Absent Congressional authorization to formulate substantive rules of decision, "federal common law" exists only in such narrow areas as those concerned with the rights and obligations of the United States, interstate or international disputes implicating the conflicting rights of the States or relations with foreign nations, and admiralty cases. In such instances, the federal system does not permit the controversy to be resolved under state law, either because the authority and duties of the United States as sovereign are involved or because the interstate or international nature of the controversy makes it inappropriate for state law to control. Texas Indus., 451 U.S. at 640, 101 S. Ct. at 2066.
What is before us is not a case where Congress has given the courts the authority to develop substantive law. In this case, the matter at issue relates to the sale of insurance, an issue which does not involve unique federal interests, even though the insurance is sold to members of a federal credit union. In Barany v. Buller, 670 F.2d 726 (7th Cir. 1982), the Seventh Circuit concluded that it should create a private remedy under the federal common law. The plaintiffs in Barany were employees of the credit union. Specifically, they were members of the credit union's three-member Credit Committee, positions which were required by the provisions of the FCUA. After the plaintiffs were removed from the Credit Committee, they brought an action challenging their removal. The Seventh Circuit concluded that the plaintiffs' removal from the Credit Union's Credit Committee involved "uniquely federal interests" because the case involved the uniform administration of federal credit unions, which could be achieved only by the application of federal law. Id. at 731-32. The Seventh Circuit also based its creation of a "federal common law" remedy on the old common law remedy of quo warranto. Id. at 735.
However, unlike the situation in Barany, quo warranto relief would not be proper in this case.2 Quo warranto is an extremely difficult and uncertain remedy. Andrade v. Lauer, 729 F.2d 1475, 1498 (D.C. Cir. 1984). Historically, the federal common law remedy of quo warranto has been available only in connection with proceedings over an individual's right to hold an office or position. See Sundance Land Corp. v. Community First Fed. Sav. and Loan Ass'n, 840 F.2d 653, 665 (9th Cir. 1988). "Since the remedy by quo warranto, ... is ... employed to test the actual right to an office or franchise, it follows that it can afford no relief for official misconduct and can not be employed to test the legality of the official action of public or corporate officers." United States ex rel. State of Wis. v. First Fed. Sav. and Loan Ass'n, 248 F.2d 804, 808 (7th Cir. 1957), cert. denied, 355 U.S. 957, 78 S. Ct. 543, 2 L. Ed. 2d 533 (1958). In this case, unlike Barany, plaintiff has not been removed from an office within the credit union. Thus, the federal common law remedy of quo warranto would not be applicable to this case.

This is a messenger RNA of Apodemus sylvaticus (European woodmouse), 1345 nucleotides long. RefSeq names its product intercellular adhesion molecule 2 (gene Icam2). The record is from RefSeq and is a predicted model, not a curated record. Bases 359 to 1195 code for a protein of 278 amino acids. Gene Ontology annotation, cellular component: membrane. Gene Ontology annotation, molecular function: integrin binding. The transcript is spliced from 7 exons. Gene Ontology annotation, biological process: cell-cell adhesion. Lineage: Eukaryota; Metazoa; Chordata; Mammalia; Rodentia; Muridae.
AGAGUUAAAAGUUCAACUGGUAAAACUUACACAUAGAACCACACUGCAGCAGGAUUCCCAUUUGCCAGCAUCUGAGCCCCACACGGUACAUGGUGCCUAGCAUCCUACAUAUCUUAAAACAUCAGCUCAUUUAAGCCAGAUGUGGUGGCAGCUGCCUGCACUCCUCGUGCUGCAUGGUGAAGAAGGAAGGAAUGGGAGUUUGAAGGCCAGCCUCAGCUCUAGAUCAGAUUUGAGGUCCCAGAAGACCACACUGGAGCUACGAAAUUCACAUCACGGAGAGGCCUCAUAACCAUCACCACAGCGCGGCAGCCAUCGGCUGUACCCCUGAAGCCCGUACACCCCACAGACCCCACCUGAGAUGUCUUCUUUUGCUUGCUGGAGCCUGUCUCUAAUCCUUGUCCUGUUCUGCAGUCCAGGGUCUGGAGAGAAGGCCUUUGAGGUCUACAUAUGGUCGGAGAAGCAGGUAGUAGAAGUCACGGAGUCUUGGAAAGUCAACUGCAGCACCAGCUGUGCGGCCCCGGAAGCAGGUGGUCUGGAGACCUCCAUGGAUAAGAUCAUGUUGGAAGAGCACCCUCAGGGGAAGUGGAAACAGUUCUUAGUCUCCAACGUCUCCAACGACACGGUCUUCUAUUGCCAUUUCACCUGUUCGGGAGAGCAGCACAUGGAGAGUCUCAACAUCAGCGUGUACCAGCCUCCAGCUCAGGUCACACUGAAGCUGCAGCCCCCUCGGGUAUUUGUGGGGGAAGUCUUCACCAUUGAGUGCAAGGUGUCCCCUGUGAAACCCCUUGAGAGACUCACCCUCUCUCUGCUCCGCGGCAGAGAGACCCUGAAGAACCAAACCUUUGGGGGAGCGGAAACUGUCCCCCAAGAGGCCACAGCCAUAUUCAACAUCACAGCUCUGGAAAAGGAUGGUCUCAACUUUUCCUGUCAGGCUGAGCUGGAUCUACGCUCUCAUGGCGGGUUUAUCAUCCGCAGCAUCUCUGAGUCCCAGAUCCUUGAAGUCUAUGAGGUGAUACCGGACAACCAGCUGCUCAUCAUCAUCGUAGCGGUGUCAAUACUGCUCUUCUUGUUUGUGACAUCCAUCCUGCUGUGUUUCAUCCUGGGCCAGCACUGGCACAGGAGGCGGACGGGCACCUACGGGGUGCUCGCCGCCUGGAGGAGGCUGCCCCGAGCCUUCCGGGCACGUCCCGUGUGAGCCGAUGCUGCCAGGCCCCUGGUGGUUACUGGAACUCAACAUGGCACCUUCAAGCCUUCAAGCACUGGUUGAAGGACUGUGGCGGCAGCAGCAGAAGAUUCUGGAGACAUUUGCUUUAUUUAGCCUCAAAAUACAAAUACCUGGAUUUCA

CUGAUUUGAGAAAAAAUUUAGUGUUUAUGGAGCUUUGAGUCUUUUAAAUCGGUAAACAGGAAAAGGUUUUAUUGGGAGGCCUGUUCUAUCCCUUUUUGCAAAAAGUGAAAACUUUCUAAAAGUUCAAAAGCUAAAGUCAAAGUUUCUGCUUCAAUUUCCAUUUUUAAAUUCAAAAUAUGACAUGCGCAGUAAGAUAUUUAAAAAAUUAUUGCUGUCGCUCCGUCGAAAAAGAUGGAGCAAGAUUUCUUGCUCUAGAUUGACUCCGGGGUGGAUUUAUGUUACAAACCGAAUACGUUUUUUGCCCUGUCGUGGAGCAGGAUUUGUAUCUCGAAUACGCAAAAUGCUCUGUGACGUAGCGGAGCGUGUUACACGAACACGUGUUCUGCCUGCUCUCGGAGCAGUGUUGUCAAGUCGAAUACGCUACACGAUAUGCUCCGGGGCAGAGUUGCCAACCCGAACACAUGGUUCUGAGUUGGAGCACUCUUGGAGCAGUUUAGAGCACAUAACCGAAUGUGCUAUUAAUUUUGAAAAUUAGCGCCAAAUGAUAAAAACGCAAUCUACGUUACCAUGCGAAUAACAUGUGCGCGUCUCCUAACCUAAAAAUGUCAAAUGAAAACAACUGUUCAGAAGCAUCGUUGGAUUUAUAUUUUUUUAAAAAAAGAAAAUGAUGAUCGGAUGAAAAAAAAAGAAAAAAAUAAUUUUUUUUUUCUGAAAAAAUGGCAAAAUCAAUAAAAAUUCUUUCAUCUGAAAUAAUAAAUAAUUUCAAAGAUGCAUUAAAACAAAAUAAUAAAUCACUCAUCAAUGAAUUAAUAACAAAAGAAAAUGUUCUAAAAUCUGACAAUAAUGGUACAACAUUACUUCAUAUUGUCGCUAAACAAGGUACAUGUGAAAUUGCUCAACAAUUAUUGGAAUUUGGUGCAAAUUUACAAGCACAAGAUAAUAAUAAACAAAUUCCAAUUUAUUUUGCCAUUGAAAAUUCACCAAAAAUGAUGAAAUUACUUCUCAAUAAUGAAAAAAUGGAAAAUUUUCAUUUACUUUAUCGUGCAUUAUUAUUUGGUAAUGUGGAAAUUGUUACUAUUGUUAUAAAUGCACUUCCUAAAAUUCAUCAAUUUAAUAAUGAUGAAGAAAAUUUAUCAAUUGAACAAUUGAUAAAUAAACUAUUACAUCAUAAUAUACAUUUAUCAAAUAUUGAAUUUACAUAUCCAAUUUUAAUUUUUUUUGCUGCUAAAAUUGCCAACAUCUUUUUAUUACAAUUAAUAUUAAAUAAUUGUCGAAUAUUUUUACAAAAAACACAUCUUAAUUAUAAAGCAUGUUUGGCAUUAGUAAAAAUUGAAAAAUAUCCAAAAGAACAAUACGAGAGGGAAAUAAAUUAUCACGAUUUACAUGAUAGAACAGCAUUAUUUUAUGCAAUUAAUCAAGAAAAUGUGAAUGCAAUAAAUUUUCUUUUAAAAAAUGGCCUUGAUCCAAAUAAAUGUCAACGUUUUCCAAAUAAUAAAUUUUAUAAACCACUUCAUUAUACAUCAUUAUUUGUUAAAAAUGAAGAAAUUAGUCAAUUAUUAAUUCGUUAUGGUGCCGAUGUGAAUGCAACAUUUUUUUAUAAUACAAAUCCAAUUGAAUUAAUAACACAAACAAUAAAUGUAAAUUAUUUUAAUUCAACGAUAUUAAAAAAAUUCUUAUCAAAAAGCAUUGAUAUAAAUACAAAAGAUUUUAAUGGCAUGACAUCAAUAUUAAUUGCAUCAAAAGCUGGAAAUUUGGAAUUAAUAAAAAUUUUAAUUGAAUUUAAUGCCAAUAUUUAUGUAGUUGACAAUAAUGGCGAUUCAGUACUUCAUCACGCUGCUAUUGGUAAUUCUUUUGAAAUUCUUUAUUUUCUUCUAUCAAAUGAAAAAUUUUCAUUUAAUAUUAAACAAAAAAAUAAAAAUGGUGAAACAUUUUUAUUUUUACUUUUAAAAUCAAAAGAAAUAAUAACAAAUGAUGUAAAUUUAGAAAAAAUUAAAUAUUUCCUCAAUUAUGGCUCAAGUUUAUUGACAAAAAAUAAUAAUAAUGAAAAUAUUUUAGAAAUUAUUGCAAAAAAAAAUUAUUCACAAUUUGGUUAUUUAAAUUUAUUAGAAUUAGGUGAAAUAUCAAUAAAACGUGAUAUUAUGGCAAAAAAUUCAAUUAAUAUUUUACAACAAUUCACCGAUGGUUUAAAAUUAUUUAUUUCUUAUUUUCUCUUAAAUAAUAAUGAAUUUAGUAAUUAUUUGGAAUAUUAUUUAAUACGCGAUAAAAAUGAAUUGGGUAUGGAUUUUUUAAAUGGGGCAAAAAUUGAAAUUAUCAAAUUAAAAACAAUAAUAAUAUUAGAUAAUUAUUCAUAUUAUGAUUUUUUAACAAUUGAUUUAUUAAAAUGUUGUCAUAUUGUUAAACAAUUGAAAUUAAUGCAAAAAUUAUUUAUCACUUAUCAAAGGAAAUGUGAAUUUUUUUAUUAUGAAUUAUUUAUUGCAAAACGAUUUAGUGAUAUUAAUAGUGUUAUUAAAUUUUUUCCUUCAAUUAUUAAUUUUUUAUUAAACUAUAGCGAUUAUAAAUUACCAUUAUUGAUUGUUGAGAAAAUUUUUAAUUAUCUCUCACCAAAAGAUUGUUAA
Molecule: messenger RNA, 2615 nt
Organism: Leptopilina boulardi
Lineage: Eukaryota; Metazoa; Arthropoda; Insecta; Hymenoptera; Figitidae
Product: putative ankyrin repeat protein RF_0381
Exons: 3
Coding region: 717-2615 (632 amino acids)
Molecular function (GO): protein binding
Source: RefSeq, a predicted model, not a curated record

Furthermore, unlike Barany, this case does not involve the internal administration of a federal credit union. Rather, it involves the credit union's practice of making group life insurance available to its members.
In Rosenberg v. A T & T Employees Fed. Credit Union, 726 F. Supp. 573 (D.N.J. 1989), the court also found that a private remedy was necessary under the federal common law. In Rosenberg, the plaintiff sought to be elected to the credit union's Board of Directors pursuant to its bylaws. Standard bylaws which federal credit unions must adopt are set forth in 12 U.S.C. § 1758 and the regulations promulgated pursuant to it, 12 C.F.R. § 701.3. Id. at 577. The court in Rosenberg found that a private remedy could be created under the federal common law because "plaintiff seeks to protect uniquely federal interests, in that he seeks to enforce a federal credit union's bylaws which were mandated by the NCUA." Id. at 578.
However, in Nat'l Temple Non-Profit Corp. v. Nat'l Temple Community Fed. Credit Union, 603 F. Supp. 807 (E.D. Pa. 1985), the court declined to create a remedy under "federal common law."
The major distinguishing characteristic between this case and Barany is that Barany involved the internal administration of federal credit unions. Specifically, it was concerned with what procedures, if any, were required to remove from office members of the credit union's credit committee. Because the Act was intended to establish federal credit unions, a compelling argument can be made for national uniformity in the appointment, and conversely in the removal, of credit union officers.